Thor Slaymaster’s Dangerous Game

Orson W. Zaroff owned a large yacht, a private island, and an extensive collection of expensive cigars. He was also free with his whiskey. It did not take Thor Slaymaster long to decide that Orson W. Zaroff was his favorite client ever.

“Are you enjoying the whiskey?” Zaroff asked.

“Very much,” Thor Slaymaster said. Thor Slaymaster preferred energy drinks and the kind of cheap vodka that went well when mixed with energy drinks, but the whiskey wasn’t bad. Zaroff explained that the whiskey was a rare vintage that he himself had looted from an Irish farmhouse in a daring raid that involved killing what anyone other than Thor Slaymaster would have considered to be an improbable amount of zombies. It was the kind of story that is best told over expensive cigars and rare whiskey, on a warm Caribbean evening, on board an expensive yacht.

“Anyway,” Zaroff said, “I was in the launch with the whiskey, headed back here, to the Cossack Queen, and there was a zombie swimming after me.”

“Unusual,” Thor Slaymaster said.

“I can’t explain it,” Zaroff said. “Maybe the zombie wanted the whiskey. Maybe he owned the house before he died, and felt protective somehow. Anyway, I was all out of ammo, so I nailed him with a harpoon. Most thrilling moment of my life. Until now, that is.”

Thor Slaymaster stayed silent. It was his nature to stay silent, especially in situations where he had the sneaking suspicion that someone was going to try to drop a boxcar on his head. Up until then, Thor Slaymaster hadn’t questioned Zaroff’s motives, the way that most people don’t question the motives of people who ply them with whiskey and cigars and cruises aboard expensive yachts.

“You hired me to kill zombies on your island,” Thor Slaymaster said. “But I am starting to doubt that there are any zombies there at all.”

“Oh, there were,” Zaroff said. “I killed the last of them three years ago. I thought about restocking it, actually. I missed the thrill of the hunt. The danger of knowing that I could die at any moment–and live on as a foul zombie corpse. You, of all men, must know what I am talking about.”

“You misunderstand,” Thor Slaymaster said. “Killing a zombie is not a sport. It is not even a job, even if you are a Slaymaster. It is a duty that I owe.”

“To whom? Society? Bah.”

“To the zombies,” Thor Slaymaster said. “Not one of them asked to be zombies. Any of them, if given the choice, would gladly throw themselves into a pit of fire to end their existence. I don’t kill zombies because it’s enjoyable, or even because it’s necessary. I kill zombies because I need to. Because they need me to.”

Zaroff took a sip of whiskey. “It is a fine night,” he said. “And here we are, aboard my fine yacht, smoking fine cigars, drinking the very last of my single-malt. It is all very fine. But it is not enough, not for me. So in the morning, my crew will escort you to the island. You will have three hours to run, or hide, or both, whichever you prefer. Then I will join you. Man to man, except that of course I will have a shotgun, due to my old age and comparative lack of muscle mass. Then we will play our dangerous game.”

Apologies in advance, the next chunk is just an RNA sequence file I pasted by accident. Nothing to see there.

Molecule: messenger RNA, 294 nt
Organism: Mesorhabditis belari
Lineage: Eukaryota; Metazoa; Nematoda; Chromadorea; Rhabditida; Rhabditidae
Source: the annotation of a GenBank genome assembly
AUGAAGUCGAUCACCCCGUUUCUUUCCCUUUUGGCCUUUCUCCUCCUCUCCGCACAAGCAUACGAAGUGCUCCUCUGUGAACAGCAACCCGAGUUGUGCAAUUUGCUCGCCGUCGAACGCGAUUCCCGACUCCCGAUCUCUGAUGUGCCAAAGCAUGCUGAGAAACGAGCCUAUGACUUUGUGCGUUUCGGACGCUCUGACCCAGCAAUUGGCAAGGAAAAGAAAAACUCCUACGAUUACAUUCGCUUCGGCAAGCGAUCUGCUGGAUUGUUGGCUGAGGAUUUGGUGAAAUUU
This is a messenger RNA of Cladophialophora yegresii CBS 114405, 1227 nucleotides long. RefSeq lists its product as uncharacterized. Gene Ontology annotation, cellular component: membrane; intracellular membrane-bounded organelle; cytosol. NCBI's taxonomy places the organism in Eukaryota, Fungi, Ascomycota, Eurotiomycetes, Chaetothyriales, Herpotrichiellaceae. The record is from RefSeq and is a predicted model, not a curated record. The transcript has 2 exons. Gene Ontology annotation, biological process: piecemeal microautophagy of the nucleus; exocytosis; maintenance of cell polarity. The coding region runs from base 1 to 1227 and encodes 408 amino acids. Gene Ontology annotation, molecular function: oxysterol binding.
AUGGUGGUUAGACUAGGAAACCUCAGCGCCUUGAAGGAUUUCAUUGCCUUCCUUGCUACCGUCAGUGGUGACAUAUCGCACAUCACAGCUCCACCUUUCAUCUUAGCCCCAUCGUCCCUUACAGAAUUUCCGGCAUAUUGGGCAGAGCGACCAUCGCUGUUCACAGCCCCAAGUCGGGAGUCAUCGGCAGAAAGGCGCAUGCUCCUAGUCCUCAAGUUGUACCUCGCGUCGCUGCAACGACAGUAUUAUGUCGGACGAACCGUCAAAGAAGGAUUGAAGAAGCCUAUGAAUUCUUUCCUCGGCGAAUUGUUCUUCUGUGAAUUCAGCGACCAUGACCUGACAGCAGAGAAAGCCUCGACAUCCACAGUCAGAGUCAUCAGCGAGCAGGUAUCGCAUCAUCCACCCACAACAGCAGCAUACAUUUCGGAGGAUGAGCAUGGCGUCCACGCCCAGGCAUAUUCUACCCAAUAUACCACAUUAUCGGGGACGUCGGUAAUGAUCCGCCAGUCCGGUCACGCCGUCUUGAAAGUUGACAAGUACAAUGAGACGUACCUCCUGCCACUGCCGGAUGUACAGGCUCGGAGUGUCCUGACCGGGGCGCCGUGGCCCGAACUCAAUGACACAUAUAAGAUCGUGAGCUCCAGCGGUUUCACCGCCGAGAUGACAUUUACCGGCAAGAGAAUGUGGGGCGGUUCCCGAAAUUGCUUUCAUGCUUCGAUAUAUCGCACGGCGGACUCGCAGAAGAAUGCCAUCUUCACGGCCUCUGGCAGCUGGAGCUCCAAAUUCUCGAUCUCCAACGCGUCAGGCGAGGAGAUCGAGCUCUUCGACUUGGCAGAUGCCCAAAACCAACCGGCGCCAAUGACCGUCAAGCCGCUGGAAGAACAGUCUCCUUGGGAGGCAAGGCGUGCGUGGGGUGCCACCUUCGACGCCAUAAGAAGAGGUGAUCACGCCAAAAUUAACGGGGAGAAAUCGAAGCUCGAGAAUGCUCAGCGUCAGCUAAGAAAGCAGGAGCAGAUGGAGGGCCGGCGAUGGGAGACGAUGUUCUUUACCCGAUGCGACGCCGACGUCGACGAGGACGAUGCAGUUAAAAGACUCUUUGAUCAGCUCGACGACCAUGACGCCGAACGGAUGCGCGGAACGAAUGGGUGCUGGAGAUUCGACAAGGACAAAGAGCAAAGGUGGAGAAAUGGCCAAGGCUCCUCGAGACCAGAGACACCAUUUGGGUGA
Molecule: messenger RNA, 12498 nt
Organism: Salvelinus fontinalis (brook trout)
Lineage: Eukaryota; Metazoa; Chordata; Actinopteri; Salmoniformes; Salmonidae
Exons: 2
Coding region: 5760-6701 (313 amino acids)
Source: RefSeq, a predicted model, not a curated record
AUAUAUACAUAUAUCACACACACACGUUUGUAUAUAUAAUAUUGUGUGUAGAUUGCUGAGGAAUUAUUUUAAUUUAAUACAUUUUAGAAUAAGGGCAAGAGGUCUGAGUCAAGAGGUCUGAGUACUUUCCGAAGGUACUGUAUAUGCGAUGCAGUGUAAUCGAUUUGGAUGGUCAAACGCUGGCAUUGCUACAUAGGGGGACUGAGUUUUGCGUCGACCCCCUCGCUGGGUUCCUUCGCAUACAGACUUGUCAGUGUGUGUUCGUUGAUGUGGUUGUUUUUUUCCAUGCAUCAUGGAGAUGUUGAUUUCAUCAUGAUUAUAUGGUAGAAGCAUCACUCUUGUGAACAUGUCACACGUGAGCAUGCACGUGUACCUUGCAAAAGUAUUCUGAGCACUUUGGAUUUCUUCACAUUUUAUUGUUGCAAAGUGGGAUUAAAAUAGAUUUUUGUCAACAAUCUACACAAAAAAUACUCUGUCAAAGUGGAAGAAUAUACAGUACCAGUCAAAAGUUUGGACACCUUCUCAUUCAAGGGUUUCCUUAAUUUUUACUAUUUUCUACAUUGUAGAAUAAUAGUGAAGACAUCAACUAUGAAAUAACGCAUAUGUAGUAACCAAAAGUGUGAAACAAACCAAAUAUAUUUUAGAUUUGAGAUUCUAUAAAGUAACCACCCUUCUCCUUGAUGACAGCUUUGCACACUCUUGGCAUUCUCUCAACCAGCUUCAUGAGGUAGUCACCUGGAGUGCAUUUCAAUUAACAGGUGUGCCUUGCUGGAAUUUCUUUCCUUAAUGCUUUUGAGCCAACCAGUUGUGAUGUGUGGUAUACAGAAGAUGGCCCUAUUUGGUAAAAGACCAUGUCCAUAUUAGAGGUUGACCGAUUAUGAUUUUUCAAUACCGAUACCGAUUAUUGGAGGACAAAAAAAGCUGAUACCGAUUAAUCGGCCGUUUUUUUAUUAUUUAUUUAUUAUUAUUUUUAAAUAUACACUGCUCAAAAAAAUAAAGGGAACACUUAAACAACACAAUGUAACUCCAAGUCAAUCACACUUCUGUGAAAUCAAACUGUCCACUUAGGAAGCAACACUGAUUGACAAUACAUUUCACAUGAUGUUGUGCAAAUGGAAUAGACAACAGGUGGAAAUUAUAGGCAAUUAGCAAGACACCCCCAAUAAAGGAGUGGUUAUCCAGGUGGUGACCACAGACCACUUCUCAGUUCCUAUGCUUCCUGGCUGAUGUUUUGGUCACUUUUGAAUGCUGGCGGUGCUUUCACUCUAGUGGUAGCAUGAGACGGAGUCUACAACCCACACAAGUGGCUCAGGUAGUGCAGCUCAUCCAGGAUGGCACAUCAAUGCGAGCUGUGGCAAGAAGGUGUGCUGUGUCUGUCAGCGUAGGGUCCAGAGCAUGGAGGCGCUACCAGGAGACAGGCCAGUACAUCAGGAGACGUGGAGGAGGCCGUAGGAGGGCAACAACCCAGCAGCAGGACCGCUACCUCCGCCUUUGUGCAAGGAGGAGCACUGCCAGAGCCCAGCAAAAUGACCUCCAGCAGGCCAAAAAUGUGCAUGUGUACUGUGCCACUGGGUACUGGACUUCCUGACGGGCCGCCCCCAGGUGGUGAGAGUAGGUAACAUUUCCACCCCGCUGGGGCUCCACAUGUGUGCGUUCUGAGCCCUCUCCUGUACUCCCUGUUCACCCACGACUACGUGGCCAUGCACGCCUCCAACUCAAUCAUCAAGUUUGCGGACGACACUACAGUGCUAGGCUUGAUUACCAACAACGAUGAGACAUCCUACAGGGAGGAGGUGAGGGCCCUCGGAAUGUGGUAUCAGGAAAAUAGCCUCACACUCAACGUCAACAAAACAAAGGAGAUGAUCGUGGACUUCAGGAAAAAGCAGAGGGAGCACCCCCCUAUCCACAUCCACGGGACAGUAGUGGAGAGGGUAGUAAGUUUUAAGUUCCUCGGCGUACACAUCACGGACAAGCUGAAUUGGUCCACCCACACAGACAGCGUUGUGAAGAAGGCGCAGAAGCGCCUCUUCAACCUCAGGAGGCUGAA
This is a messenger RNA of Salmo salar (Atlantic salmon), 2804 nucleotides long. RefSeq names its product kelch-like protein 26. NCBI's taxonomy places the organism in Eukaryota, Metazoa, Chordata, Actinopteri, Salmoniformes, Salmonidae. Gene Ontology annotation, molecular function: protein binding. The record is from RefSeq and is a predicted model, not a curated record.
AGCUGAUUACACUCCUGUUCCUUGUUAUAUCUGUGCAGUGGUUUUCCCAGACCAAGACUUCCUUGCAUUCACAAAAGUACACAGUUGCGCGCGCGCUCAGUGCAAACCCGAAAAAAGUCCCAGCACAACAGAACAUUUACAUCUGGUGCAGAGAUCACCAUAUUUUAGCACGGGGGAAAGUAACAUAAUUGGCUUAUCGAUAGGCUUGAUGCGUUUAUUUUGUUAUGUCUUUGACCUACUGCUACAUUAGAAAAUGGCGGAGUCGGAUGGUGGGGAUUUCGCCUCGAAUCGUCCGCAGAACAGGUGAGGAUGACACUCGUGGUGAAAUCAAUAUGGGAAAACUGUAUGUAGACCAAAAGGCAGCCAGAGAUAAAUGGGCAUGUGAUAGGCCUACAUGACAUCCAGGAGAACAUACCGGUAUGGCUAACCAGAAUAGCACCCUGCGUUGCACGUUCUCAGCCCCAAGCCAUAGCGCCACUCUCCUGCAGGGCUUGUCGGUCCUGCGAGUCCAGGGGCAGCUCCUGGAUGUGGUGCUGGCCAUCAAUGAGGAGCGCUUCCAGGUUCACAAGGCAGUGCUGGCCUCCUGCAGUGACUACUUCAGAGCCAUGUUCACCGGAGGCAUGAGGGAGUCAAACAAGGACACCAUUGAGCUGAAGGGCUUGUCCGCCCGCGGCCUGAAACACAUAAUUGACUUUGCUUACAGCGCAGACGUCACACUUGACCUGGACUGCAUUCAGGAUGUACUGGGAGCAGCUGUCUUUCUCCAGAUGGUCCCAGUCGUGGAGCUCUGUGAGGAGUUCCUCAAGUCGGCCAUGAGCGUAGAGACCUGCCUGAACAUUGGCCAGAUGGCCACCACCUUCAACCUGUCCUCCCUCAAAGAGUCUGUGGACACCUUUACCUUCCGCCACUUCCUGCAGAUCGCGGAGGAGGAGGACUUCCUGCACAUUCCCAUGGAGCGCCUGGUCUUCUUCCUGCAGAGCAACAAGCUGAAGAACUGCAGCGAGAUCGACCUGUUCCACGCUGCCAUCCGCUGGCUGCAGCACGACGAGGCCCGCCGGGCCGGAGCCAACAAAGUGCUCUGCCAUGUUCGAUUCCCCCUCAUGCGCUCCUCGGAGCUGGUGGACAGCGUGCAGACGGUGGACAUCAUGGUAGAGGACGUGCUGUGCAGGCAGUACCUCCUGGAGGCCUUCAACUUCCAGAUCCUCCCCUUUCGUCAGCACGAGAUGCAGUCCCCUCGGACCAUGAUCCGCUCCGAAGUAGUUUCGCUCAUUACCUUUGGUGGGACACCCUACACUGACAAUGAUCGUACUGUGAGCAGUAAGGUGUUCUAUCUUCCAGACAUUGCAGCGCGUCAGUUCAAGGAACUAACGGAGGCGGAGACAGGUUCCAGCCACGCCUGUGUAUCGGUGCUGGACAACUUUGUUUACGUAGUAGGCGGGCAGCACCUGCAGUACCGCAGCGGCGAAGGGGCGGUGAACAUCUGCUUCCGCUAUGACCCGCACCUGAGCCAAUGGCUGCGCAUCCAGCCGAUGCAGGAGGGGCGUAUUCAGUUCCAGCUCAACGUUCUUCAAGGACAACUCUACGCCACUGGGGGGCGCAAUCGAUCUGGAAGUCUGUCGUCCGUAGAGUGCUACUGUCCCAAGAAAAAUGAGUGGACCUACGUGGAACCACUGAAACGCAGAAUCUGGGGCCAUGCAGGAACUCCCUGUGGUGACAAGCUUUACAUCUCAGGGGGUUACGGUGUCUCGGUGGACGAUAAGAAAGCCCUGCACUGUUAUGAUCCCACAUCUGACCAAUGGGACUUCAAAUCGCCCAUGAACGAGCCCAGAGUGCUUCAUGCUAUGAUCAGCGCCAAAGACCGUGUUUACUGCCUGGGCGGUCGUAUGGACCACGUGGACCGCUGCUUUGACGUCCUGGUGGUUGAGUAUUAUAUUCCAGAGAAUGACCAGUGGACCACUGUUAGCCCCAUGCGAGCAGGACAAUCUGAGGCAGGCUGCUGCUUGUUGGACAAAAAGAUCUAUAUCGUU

Thor Slaymaster glanced around the cabin. “There are at least fifteen things in this room that I could kill you with right now.”

“Of course you could,” Zaroff said, “and you probably would, if I hadn’t drugged the whiskey. Don’t worry, it’s a mild sedative.”

Thor Slaymaster tried to get out of his chair, and found that he couldn’t. “Not exactly sporting, Zaroff.”

“Oh, don’t worry. I drank some too, so we’re even. See you in the morning, Thor Slaymaster.”

The next day, Zaroff waded onto the beach of his private island. Thor Slaymaster was sitting in a deck chair on the veranda of the beach house, just outside effective shotgun range.

“I explained the rules to you last night, Mr. Slaymaster,” Zaroff said. “Run, or hide.”

“I hate running,” Thor said. “I am too big to hide. And there are no rules, not here.”

“Just so,” Zaroff said. “But then, where is the thrill of the hunt? Where is the adrenaline rush? If I shoot you now, I get none of that.”

“So drop the gun, and come and face me. Man to man. I guarantee you will have an adrenaline rush that will last you the rest of your life.”

“You’re trying to bait me, Slaymaster,” Zaroff said. “It won’t work. Get out of that chair and start running, or I will shoot.”

“Come and get me,” Thor Slaymaster said.

It had taken Thor Slaymaster half of the morning to dig the pit that Orson W. Zaroff walked into, and the other half of the morning to find a zombie to throw into the pit. He wasn’t surprised. If you don’t use Thor Slaymaster to rid your private island of zombies, you shouldn’t be surprised if there are still a few zombies walking around.

To his credit, it only took a few minutes for Zaroff to emerge from the pit. He was bleeding and badly bitten, but he was still clutching the shotgun. “How do I look?” he asked Thor.

“Not good,” Thor Slaymaster said.

“Well, you ought to see the other guy.”

“Just so. I need the shotgun, Zaroff.”

Zaroff threw the shotgun at Thor’s feet.

“I don’t enjoy doing this,” Thor Slaymaster said. “I want you to know. It is nothing personal. I am doing it because I need to.”

“Because I need you to.”

Thor Slaymaster picked up the shotgun and aimed it at Zaroff. “I can keep the yacht, right?”

“Burn in hell, Thor Slaymaster,” Zaroff said.

Thor went back inside the beach house and found Zaroff’s bedroom. He had never slept in a better bed.